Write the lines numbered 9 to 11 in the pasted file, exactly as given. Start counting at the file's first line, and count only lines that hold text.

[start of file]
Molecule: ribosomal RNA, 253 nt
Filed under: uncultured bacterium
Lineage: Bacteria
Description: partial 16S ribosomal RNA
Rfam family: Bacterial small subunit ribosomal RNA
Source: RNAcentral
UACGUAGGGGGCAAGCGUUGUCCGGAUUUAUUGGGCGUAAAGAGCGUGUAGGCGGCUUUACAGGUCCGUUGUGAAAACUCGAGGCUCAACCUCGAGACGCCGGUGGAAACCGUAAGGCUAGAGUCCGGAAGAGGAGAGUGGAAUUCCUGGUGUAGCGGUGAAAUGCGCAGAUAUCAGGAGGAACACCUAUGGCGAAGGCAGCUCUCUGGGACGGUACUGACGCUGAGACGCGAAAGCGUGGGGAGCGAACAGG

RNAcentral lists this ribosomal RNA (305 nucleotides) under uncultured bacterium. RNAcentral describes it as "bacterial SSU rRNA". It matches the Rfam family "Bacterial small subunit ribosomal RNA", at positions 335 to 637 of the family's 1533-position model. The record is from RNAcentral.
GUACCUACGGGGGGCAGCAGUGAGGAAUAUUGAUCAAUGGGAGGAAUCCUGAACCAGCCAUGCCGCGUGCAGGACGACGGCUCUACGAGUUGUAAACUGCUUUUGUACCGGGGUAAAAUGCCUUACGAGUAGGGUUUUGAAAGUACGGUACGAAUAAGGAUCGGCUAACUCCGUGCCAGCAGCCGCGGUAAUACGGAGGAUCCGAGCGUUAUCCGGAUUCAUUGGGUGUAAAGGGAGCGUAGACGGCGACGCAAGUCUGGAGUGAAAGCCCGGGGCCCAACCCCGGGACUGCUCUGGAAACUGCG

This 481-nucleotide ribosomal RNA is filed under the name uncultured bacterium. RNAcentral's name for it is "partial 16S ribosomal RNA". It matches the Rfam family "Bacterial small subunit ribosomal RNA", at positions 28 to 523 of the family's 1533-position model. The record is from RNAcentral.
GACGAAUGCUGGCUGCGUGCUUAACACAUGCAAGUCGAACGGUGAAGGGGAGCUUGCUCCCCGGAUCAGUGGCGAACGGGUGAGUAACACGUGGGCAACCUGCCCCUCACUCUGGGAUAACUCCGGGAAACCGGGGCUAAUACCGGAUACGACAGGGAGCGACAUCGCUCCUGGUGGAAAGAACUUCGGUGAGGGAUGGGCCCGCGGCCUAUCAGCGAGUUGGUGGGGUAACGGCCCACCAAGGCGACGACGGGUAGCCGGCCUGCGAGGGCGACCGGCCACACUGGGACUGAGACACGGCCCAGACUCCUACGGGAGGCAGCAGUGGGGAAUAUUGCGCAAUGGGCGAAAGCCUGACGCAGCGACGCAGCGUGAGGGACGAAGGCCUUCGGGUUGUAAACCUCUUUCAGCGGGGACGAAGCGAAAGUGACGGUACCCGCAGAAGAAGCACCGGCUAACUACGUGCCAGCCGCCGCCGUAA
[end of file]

GUACCUACGGGGGGCAGCAGUGAGGAAUAUUGAUCAAUGGGAGGAAUCCUGAACCAGCCAUGCCGCGUGCAGGACGACGGCUCUACGAGUUGUAAACUGCUUUUGUACCGGGGUAAAAUGCCUUACGAGUAGGGUUUUGAAAGUACGGUACGAAUAAGGAUCGGCUAACUCCGUGCCAGCAGCCGCGGUAAUACGGAGGAUCCGAGCGUUAUCCGGAUUCAUUGGGUGUAAAGGGAGCGUAGACGGCGACGCAAGUCUGGAGUGAAAGCCCGGGGCCCAACCCCGGGACUGCUCUGGAAACUGCG

This 481-nucleotide ribosomal RNA is filed under the name uncultured bacterium. RNAcentral's name for it is "partial 16S ribosomal RNA". It matches the Rfam family "Bacterial small subunit ribosomal RNA", at positions 28 to 523 of the family's 1533-position model. The record is from RNAcentral.
GACGAAUGCUGGCUGCGUGCUUAACACAUGCAAGUCGAACGGUGAAGGGGAGCUUGCUCCCCGGAUCAGUGGCGAACGGGUGAGUAACACGUGGGCAACCUGCCCCUCACUCUGGGAUAACUCCGGGAAACCGGGGCUAAUACCGGAUACGACAGGGAGCGACAUCGCUCCUGGUGGAAAGAACUUCGGUGAGGGAUGGGCCCGCGGCCUAUCAGCGAGUUGGUGGGGUAACGGCCCACCAAGGCGACGACGGGUAGCCGGCCUGCGAGGGCGACCGGCCACACUGGGACUGAGACACGGCCCAGACUCCUACGGGAGGCAGCAGUGGGGAAUAUUGCGCAAUGGGCGAAAGCCUGACGCAGCGACGCAGCGUGAGGGACGAAGGCCUUCGGGUUGUAAACCUCUUUCAGCGGGGACGAAGCGAAAGUGACGGUACCCGCAGAAGAAGCACCGGCUAACUACGUGCCAGCCGCCGCCGUAA